The Vidalia sweet onion is perhaps the greatest agricultural success story in Georgia's history. Mose Coleman, a Toombs County farmer, is believed to have been the first grower of the now popular commodity. In 1931 Coleman discovered that his onions were not hot, but rather mild. He managed to sell his onions for $3.50 per fifty-pound bag, a very good price at the time. Other farmers in the area, who through the Great Depression years had not been able to get a fair price for their produce, thought Coleman had found a gold mine. They soon began to produce onions, too.
In the 1940s the state of Georgia built a farmers' market in Vidalia to help the growers sell their produce. interstate highway system Vidalia was at the crossroads of some of the most important north-south highways. Word spread among travelers about the tasty sweet onions from Vidalia. The Piggly Wiggly supermarket chain also maintained a distribution center in Vidalia and purchased the locally grown onions when they were in season. Vidalia onions began showing up in Piggly Wiggly stores across the region. Acreage grew steadily over the next twenty years, and by the mid-1970s farmers in the area devoted about 600 acres to the onions.
In the 1970s a push was made for Vidalia onions to be marketed nationally, and growers began mounting additional promotional efforts. Their success led to the establishment of the Glennville sweet onion, named after the Tattnall County
In response University of Georgia extension agents put together a beltwide seminar in 1985 to discuss the feasibility of such an effort. This was followed by a year-long series of extension meetings in Reidsville, in which U.S. Department of Agriculture, Georgia Department of Agriculture, and University of Georgia personnel were involved. As a result of these meetings the growers identified several goals and made several important agreements. First, they settled on the Vidalia name and agreed to pursue protection of their commodity. The Vidalia Onion Act, passed by the Georgia legislature in 1986, defined the twenty counties in which Vidalia onions could be grown, and the state's Department of Agriculture was given ownership of the Vidalia name as it applied to onions. A grower referendum for the establishment of an Onion Commodity Commission failed in 1986 but passed in 1987. In 1989 the U.S. Department of Agriculture's Federal Marketing Order No. 955 gave federal protection to the Vidalia onion and created the Vidalia Onion Committee, which supports both marketing and research initiatives for Vidalia onions. Finally, in 1992 the state of Georgia became the owner of the Vidalia onion trademark.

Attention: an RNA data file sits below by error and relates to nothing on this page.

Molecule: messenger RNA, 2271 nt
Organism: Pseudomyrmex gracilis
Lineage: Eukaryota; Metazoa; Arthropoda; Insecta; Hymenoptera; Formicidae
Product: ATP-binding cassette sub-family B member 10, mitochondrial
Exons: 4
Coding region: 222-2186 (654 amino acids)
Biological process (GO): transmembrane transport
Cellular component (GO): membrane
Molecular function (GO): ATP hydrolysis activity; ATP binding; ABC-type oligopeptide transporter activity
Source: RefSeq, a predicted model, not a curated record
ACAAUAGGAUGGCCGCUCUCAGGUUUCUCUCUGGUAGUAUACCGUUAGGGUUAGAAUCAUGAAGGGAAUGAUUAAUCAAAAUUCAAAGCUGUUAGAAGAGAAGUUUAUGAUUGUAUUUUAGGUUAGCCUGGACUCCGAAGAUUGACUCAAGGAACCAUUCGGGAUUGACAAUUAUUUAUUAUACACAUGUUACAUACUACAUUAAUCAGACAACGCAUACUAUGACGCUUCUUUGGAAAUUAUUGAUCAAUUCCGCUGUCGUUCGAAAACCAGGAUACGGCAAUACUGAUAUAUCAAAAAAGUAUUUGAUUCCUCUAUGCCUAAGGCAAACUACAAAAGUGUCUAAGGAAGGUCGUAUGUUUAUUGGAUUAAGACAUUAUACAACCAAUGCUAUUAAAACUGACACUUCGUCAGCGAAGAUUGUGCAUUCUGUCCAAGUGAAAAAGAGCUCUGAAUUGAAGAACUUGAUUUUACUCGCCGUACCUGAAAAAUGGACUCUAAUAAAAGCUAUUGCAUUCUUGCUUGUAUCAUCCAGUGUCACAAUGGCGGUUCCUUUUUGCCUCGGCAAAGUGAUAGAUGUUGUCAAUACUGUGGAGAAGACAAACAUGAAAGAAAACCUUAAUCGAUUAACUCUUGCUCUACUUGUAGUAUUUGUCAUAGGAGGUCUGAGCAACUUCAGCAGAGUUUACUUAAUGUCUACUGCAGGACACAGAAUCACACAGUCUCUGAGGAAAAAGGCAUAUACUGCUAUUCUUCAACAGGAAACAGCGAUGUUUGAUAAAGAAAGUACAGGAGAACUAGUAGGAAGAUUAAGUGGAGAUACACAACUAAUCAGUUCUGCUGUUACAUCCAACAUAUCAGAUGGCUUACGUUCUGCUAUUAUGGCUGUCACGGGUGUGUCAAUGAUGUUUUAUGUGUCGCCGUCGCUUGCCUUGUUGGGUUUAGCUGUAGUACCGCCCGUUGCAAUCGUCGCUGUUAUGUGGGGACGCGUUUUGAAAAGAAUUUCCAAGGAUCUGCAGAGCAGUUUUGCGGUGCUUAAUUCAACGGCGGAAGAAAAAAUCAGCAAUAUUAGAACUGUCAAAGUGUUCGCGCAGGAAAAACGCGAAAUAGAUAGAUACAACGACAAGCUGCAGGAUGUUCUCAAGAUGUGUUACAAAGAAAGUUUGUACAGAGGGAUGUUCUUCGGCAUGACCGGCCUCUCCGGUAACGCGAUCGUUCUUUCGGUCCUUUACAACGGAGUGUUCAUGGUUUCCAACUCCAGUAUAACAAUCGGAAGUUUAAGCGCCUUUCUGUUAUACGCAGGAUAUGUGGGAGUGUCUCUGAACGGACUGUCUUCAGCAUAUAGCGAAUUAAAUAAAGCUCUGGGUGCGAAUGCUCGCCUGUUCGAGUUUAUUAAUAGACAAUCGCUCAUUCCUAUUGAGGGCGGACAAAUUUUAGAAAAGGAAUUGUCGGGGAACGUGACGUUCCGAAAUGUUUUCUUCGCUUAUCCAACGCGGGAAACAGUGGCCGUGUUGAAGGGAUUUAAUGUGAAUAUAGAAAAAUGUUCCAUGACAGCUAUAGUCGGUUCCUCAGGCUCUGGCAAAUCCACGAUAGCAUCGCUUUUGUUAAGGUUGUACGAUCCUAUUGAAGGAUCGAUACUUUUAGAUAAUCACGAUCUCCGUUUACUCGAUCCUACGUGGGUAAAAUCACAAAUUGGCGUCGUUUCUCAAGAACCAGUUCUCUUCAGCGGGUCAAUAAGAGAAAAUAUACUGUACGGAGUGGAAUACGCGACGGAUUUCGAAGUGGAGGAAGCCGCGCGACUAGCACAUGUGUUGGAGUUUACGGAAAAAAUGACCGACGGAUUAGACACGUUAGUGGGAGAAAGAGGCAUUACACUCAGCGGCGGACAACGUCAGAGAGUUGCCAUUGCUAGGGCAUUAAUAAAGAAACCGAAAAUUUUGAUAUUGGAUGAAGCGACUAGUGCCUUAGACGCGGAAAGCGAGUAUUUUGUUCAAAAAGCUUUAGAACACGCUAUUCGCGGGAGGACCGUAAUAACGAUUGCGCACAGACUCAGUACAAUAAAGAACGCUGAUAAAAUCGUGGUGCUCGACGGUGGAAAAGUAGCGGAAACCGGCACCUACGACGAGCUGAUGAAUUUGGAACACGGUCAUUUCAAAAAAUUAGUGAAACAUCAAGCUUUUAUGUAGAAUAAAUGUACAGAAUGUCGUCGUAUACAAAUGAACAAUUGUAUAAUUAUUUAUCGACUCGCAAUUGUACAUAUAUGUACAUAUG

Vidalia onion seed is planted in September at a high density for the production of transplants. It takes about eight weeks to produce a good transplant. soil, and the transplants are placed in each hole by hand. About 80,000 plants per acre is a good average population. To produce the mildest possible product, growers limit the use of sulfur fertilizer on the crop, as sulfur has been found to make these onions more pungent.
At harvest time, when the necks of the onions get weak and begin to fall over, growers undercut the onions to allow them to dry down.
At the beginning of the twenty-first century 14,500 acres of Vidalia onions were grown. Vidalia onions represent about 40 percent of the total national spring onion production and have an estimated value of about $90 million in annual gross sales.
Media Gallery: Vidalia Onions